It is a fact that most foreigners deciding to marry in Spain choose to engage legal representation to guide them through the legal aspects of their marriage (a procedure that may appear to be -deceitfully- as straightforward as applying for a NIE), the reasons behind this decision being clear: legal and administrative complex laws and regulations, protracted timescales, unexpected requirements from Government offices, language barrier…etc.
The process to be followed for the validation and correct attestation by the different authorities abroad often leads to a tiring and exasperating process. There is not an homogeneous approach nor consensus in the listing of the required documentation and, in all fairness, Spanish authorities are not to be fully blamed for each country has different rules: for instance, a German citizen that wants to celebrate his/her marriage in Spain will not only need a birth and marital status certificate, but also a marriage capacity certificate that indicates if he/she is particularly able to marry the person chosen. This also happens to French citizens. For other nationalities, mainly those from Islamic countries, a certificate that states the applicant is not married to someone else will also be required as, in some of those jurisdictions, polygamy is legally recognized.
Therefore, it is not possible to offer a definitive time-frame for the process to be ended though, at least, these are the confirmed stages, common to the core procedure:
- Formal application form that has to be filed at the Civil Registry of the town where the union will take place, to be filed together with the documentation.
- Interview to bride and groom.
- Appointment with witnesses that will jointly sign the petition to the Judge.
- Obtaining the authorization from the Courts of Justice of the particular town so the marriage can be celebrated.
Following this authorization, available dates are offered to the couple.
Another relevant issue is the question hundreds of foreigners ask themselves every year, especially those who are in an irregular situation in Spain and wish to formalize their personal relationship with a Spanish resident:
Can I still marry in Spain if I am irregular?
The answer to this, which has not changed for many years, is YES. And additionally, the law also grants equal rights to civil law partnership although, as envisaged, formalities will differ depending on the town where partners wish to register such formalization:
- Some municipalities issue temporary by-laws based on recent irregularities, or either set fixed limitations as a consequence. For instance, only processing marriages and not Common Law partnerships for irregular foreigners ( see Cataluña (http://sociedad NULL.elpais NULL.com/sociedad/2012/05/01/actualidad/1335899751_106907 NULL.html)).
- Some municipalities set that it is mandatory that one of the parties has been registered in the Town Hall ( empadronado ) for at least two years. This happens, for example, in the City of Malaga and surrounding districts ( Alhaurin de la Torre, Churriana, etc )
In line with the above, a further question that arises is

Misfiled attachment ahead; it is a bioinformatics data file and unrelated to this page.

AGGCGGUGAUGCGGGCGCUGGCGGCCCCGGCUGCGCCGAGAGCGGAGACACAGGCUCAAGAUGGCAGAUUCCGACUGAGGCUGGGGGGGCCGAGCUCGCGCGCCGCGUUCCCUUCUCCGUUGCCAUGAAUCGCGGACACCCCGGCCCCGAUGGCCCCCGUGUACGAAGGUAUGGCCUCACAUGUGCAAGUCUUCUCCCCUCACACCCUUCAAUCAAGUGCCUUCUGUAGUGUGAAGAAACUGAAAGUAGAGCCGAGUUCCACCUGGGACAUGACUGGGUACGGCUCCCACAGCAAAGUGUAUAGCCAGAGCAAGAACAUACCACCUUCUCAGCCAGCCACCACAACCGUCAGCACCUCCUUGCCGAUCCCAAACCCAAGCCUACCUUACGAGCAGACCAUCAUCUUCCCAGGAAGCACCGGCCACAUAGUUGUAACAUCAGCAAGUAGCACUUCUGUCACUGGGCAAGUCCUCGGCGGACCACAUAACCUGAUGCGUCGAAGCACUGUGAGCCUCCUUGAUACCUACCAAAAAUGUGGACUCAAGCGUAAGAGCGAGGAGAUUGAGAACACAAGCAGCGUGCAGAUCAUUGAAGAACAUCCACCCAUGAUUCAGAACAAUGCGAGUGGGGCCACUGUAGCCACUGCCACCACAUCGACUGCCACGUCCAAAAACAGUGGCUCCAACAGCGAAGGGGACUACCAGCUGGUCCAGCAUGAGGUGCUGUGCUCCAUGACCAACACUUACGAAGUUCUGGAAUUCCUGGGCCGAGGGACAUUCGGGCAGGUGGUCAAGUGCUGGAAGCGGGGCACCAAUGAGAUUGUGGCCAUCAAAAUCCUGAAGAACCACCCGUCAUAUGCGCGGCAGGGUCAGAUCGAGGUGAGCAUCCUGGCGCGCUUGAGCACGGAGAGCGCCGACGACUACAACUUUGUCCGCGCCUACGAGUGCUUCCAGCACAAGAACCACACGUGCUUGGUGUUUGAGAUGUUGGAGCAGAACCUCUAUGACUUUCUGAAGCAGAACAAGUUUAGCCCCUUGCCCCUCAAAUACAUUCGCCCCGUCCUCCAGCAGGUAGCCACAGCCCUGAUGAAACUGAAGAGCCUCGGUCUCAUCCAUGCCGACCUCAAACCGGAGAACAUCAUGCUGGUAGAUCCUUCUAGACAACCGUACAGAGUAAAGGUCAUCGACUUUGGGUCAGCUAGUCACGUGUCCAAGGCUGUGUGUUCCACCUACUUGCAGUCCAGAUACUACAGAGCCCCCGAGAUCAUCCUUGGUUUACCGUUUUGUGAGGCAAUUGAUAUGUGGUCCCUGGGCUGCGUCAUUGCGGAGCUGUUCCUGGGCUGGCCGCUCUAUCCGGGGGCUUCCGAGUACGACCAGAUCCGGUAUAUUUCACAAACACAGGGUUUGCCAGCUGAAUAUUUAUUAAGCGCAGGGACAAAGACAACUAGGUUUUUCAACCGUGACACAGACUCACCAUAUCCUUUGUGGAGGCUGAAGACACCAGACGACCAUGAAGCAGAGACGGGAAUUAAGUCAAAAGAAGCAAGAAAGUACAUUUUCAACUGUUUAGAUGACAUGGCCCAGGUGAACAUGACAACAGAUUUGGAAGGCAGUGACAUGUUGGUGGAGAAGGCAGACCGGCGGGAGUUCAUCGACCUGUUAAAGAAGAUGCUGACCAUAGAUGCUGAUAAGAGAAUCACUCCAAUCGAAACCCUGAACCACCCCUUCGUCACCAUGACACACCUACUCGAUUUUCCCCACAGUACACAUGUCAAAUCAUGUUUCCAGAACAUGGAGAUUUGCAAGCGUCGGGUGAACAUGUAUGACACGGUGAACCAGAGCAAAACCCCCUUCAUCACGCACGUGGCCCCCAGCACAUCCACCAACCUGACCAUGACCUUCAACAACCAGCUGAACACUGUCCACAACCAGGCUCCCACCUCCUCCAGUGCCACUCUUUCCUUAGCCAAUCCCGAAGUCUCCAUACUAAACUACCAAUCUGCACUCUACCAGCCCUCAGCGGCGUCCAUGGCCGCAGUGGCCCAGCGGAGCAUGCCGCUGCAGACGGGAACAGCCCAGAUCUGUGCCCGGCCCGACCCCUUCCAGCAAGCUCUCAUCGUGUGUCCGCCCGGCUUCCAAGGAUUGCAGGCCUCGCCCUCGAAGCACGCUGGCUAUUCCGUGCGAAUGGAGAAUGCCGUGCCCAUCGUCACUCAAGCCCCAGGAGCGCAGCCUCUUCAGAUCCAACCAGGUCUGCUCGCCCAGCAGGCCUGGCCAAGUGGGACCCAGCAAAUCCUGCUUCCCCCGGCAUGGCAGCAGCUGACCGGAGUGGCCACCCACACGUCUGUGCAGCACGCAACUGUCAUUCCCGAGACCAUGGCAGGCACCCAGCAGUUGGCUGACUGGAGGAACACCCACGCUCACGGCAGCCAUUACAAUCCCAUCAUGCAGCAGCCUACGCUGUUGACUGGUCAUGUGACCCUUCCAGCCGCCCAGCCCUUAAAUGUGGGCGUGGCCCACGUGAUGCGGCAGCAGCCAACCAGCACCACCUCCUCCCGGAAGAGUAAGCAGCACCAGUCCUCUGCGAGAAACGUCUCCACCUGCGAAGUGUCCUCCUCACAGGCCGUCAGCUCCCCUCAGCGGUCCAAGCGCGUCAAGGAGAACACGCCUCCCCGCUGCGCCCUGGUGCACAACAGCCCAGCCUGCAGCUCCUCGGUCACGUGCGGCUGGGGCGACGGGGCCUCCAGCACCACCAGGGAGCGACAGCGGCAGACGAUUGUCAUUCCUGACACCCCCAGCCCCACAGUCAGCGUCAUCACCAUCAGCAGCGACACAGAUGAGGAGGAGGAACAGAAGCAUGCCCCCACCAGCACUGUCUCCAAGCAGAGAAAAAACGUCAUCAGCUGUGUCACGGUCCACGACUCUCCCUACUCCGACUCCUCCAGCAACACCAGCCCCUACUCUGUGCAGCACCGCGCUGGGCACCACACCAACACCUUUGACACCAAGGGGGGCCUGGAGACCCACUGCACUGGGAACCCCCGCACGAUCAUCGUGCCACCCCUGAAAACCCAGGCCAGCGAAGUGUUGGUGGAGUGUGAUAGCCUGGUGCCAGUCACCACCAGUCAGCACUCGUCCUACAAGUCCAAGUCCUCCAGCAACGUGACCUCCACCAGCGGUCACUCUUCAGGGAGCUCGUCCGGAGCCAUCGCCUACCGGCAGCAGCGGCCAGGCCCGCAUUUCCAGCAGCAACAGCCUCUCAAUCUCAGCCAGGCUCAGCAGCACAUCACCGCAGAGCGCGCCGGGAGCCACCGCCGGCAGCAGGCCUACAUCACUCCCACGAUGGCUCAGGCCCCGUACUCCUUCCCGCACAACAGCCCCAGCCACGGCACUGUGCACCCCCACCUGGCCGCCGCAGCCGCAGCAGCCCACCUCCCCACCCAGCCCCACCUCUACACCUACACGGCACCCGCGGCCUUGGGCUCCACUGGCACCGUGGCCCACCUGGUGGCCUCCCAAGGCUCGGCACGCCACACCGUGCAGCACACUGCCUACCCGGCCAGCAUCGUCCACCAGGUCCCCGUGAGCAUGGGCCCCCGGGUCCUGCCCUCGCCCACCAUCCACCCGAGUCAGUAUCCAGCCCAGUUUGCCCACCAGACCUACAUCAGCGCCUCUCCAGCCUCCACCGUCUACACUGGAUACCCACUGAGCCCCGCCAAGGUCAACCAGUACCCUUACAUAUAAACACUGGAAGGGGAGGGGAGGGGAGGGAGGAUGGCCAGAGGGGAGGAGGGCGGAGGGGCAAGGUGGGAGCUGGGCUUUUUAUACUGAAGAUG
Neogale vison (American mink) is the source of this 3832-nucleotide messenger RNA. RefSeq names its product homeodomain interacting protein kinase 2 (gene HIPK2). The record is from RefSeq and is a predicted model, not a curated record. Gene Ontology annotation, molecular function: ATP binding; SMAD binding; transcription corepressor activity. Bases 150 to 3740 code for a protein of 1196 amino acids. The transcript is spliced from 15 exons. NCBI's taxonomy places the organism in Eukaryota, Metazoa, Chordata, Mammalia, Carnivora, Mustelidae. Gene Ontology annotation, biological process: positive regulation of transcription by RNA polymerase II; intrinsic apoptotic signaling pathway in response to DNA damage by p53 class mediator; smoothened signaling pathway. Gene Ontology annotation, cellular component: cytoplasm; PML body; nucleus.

If a partner is in Spain irregularly and getting out of Spain implies the prohibition to re-enter in the following 12 months, how will he/she be able to arrange and gather the required documentation and legalization from the foreign authorities?
There are various options:
- Granting a Power of Attorney to his/her relatives or a legal representative in the home country to make dealings in his/her behalf.*
- Requesting assistance from Consular and/or diplomatic offices representing their home country in Spain.
*For Moroccan citizens, the previous registration of the applicant in the consulate is required to be able to deal with administrative matters. The applicant must have been registered ,normally, between 6 months and a year prior to any administrative request.
The current Policy framework allows for an ample discretionary nature on the part of the Civil Registries when determining the requirements, something that pushes foreigners to finally seek for legal aid and support,
Below is a list of the most commonly required documentation, as well as the legalization procedure for foreign official documents to be valid in Spain:
- Official Application form
- Passport copy of each partner
- Copy of the Residence card/certificate of the residing party
- Certificate of Town Hall Registration ( Empadronamiento ) and Joint Registration certificate (volante de Convivencia ), if required.
- Birth certificates of each partner ( attested as legally required and translated into Spanish by a sworn translator )
- Marital Status certificate and marriage capacity certificate for certain nationalities.
We include here the informative page (http://extranjeros NULL.empleo NULL.gob NULL.es/es/informacioninteres/informacionprocedimientos/documentos2/108 NULL.pdf) that describes in detail the foreign documents legalization process.
We welcome readers’ comments on particular obstacles, exceptional requirements, frustrating experiences and any other similar circumstances they may have found themselves in when dealing with the subject matter of this post.